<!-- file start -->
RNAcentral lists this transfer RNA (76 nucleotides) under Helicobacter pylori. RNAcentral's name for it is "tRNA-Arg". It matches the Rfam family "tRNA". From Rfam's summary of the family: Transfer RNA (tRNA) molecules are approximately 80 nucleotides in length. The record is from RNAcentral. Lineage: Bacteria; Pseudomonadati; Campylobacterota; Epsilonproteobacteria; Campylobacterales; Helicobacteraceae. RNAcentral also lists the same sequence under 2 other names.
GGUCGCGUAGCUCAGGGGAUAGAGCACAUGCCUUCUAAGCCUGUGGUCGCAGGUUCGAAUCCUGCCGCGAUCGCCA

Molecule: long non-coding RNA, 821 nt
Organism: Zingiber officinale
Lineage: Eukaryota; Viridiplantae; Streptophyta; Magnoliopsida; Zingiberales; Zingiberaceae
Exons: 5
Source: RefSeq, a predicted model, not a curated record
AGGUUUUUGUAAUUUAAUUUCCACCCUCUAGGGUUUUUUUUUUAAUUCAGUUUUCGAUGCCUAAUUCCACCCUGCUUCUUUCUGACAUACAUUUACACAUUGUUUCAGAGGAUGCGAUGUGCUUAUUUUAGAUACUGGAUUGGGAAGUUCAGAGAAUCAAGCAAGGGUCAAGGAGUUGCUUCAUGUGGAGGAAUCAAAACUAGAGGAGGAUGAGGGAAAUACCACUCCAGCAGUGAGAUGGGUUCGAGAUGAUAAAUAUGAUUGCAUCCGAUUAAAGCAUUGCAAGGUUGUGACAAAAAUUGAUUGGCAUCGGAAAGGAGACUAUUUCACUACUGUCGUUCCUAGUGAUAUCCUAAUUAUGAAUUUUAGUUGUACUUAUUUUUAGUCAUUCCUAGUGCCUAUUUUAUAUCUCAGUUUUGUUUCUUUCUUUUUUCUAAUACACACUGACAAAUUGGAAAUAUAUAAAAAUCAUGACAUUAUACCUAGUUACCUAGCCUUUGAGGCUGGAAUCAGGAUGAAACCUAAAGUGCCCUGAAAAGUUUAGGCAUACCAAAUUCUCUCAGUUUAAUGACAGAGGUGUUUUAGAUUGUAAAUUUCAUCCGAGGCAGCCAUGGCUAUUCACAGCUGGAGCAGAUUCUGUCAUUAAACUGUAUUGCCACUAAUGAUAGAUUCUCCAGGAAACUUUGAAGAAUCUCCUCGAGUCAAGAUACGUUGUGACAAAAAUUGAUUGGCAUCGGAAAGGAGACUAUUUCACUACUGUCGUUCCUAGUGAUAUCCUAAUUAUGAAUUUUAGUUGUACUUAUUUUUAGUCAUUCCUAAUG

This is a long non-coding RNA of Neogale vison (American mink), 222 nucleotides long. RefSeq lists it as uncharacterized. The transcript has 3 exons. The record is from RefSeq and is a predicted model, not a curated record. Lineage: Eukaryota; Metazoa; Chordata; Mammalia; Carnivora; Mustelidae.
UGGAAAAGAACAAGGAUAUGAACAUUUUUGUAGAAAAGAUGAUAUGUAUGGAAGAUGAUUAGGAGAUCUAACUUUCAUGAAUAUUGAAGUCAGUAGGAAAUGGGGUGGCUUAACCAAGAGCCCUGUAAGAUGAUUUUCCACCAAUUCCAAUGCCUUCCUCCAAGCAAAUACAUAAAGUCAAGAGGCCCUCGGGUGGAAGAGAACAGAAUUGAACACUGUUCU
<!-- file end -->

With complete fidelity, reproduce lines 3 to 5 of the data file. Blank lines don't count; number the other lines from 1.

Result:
Molecule: long non-coding RNA, 821 nt
Organism: Zingiber officinale
Lineage: Eukaryota; Viridiplantae; Streptophyta; Magnoliopsida; Zingiberales; Zingiberaceae